Findings from an international multicenter trials showed that while a full dose of heparin didn’t statistically significantly lower incidence of the primary composite of death, mechanical ventilation or ICU admission compared with low-dose heparin, therapeutic heparin did reduce the odds of all-cause death by 78 percent.
During the COVID-19 pandemic, Martha Kuhr, RN, came out of retirement to care for some of Rush University Medical Center’s most severe COVID-19 patients in the CVICU.
During the COVID-19 pandemic, the sickest patients at the University of Alabama at Birmingham Hospital have had their troubles eased, however briefly, thanks to an innovative musical project. Helping those patients recover — and keeping their spirits up amid the isolation the virus requires — is the motivation for the project, an effort between UAB health care staff and the Alabama Symphony Orchestra.
In a new medical records analysis of racial disparities in end-of-life care, researchers at Johns Hopkins Medicine and three collaborating institutions report that Black patients voluntarily seek substantially more intensive treatment, such as mechanical ventilation, gastronomy tube insertion, hemodialysis, CPR and multiple emergency room visits in the last six months of life, while white patients more often choose hospice services.
A new study documents how 49 hospitals in a state hit hard by COVID-19 changed their visitor policies and communications with families of intensive care unit patients in the first months of the pandemic — and how those efforts varied. Virtually all hospitals put in place a “no visitors” blanket policy, but 59% of them did allow some exceptions to this rule.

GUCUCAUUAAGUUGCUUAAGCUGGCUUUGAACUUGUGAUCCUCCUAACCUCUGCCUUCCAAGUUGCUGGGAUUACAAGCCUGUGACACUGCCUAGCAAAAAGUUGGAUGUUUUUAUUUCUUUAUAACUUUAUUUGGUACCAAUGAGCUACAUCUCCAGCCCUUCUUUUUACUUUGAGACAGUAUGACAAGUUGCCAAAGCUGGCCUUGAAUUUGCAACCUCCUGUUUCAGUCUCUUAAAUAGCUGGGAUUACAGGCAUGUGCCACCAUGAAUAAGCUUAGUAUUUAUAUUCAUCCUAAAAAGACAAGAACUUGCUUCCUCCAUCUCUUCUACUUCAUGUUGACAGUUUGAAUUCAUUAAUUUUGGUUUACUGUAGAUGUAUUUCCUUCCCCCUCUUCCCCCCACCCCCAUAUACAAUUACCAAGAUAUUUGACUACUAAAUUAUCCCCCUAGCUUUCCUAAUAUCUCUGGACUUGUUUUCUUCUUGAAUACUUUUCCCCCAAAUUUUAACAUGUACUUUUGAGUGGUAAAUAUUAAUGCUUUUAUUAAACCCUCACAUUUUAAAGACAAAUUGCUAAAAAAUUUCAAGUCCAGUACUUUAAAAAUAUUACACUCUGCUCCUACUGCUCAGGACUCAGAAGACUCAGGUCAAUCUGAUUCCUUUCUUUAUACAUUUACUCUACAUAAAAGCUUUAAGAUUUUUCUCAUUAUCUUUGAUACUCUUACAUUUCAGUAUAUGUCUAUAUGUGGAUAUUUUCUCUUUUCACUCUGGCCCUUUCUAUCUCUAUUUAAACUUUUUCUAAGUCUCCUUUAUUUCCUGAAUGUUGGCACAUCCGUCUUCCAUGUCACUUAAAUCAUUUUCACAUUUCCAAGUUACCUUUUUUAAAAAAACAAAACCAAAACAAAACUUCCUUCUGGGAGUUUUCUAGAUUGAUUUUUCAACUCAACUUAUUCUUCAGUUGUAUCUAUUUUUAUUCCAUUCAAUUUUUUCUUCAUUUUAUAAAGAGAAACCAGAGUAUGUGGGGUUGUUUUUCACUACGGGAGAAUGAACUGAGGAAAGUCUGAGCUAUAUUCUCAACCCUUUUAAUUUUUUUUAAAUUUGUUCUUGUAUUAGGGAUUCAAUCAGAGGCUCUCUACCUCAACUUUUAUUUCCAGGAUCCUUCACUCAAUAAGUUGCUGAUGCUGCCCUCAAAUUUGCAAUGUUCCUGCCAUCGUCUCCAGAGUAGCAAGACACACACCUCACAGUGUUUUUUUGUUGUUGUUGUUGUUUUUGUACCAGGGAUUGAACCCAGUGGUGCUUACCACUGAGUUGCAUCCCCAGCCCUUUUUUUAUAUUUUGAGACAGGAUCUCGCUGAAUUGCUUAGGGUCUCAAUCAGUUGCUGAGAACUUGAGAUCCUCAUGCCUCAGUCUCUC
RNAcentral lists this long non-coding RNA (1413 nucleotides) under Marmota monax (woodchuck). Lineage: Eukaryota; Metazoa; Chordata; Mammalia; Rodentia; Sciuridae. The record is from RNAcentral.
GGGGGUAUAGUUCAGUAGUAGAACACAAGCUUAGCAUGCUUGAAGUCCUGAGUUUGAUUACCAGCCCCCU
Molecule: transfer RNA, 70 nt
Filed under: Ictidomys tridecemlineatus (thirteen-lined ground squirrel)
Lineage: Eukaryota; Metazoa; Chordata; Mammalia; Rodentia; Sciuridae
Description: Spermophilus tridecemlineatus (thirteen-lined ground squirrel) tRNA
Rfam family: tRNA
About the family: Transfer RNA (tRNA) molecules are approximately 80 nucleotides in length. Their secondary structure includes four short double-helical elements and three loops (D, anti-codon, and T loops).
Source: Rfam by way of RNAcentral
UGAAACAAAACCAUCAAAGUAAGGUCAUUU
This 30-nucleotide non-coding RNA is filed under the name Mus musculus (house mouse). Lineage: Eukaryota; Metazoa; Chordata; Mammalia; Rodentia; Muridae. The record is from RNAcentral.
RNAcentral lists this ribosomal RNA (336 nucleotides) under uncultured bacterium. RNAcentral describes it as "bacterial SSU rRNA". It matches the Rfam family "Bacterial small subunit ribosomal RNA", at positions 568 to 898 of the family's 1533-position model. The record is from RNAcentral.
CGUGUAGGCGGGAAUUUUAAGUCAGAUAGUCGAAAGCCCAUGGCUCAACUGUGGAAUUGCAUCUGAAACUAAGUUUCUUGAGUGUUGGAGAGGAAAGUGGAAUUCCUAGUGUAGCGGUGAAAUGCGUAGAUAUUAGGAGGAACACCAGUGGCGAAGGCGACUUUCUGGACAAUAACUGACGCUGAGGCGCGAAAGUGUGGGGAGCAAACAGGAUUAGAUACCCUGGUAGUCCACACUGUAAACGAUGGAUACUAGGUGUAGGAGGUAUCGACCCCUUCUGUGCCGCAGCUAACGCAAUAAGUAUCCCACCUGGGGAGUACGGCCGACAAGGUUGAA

Research news from Johns Hopkins Medicine.
While most children infected with the novel coronavirus have mild symptoms, a subset requires hospitalization and a small number require intensive care. A new report from pediatric anesthesiologists, infectious disease specialists and pediatricians at the Children’s Hospital at Montefiore (CHAM) and Albert Einstein College of Medicine, describes the clinical characteristics and outcomes of children hospitalized with COVID-19, during the early days of the pandemic.
As hospitals across the country start to return to doing non-emergency operations that keep their beds full and their books balanced, they need to think carefully about what resources each of those procedures will need as the pandemic continues. A new guide could help them prioritize and plan.
Joe G. N. “Skip” Garcia, MD, an academic pulmonary physician-scientist describes a complication in COVID-19.
Project Florence enhances skills of nurses serving critically ill patients; curriculum is free to hospitals worldwide
A disposable face shield developed by FAU only requires clear polyester plastic, elastic fabric bands, and a laser cutter. Unlike 3D printed solutions, this process is simple and quick. FAU re-tooled their facilities to leverage the opportunity to make face shields much faster than are currently being manufactured. They plan to share the blueprint for this PPE broadly with other academic institutions as well as industry.